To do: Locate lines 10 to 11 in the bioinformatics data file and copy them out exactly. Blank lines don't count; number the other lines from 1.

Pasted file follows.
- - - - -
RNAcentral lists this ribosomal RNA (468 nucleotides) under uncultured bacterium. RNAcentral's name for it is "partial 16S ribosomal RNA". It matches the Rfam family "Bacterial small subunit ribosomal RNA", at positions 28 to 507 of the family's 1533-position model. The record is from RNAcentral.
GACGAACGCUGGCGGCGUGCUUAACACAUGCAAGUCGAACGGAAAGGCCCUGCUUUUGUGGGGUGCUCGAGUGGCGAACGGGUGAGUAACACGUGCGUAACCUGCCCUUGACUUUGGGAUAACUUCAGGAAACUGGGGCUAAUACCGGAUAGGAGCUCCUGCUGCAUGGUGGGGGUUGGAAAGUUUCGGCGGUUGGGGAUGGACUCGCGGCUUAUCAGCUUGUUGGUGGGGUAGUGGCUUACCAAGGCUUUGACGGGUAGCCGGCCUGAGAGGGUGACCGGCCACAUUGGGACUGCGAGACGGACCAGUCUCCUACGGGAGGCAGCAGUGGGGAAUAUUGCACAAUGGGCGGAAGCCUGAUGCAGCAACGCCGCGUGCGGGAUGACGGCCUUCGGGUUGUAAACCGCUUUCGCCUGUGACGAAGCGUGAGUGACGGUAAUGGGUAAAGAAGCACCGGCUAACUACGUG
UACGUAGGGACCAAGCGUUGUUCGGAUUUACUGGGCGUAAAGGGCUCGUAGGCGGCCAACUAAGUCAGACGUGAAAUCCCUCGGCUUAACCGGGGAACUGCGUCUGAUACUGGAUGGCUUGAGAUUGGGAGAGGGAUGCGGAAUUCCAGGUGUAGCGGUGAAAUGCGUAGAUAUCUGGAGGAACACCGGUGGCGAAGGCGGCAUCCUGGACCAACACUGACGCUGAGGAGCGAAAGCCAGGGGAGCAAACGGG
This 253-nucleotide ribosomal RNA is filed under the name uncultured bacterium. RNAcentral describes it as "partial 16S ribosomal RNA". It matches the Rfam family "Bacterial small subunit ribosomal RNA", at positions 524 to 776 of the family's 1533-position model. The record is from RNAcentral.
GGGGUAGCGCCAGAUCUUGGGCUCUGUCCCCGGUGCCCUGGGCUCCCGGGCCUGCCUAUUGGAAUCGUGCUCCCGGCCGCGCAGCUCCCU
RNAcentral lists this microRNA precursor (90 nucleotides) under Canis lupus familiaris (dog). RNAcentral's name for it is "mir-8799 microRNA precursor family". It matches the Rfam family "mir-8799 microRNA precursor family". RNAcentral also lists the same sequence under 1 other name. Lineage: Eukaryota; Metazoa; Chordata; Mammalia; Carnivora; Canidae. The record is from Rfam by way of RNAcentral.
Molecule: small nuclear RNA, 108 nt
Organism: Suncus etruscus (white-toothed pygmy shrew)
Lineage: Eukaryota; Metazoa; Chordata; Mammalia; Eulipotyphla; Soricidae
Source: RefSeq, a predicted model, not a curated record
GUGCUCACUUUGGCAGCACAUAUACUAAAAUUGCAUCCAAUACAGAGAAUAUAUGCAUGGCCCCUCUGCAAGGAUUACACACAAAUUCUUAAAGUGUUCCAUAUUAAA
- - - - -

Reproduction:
Source: RefSeq, a predicted model, not a curated record
GUGCUCACUUUGGCAGCACAUAUACUAAAAUUGCAUCCAAUACAGAGAAUAUAUGCAUGGCCCCUCUGCAAGGAUUACACACAAAUUCUUAAAGUGUUCCAUAUUAAA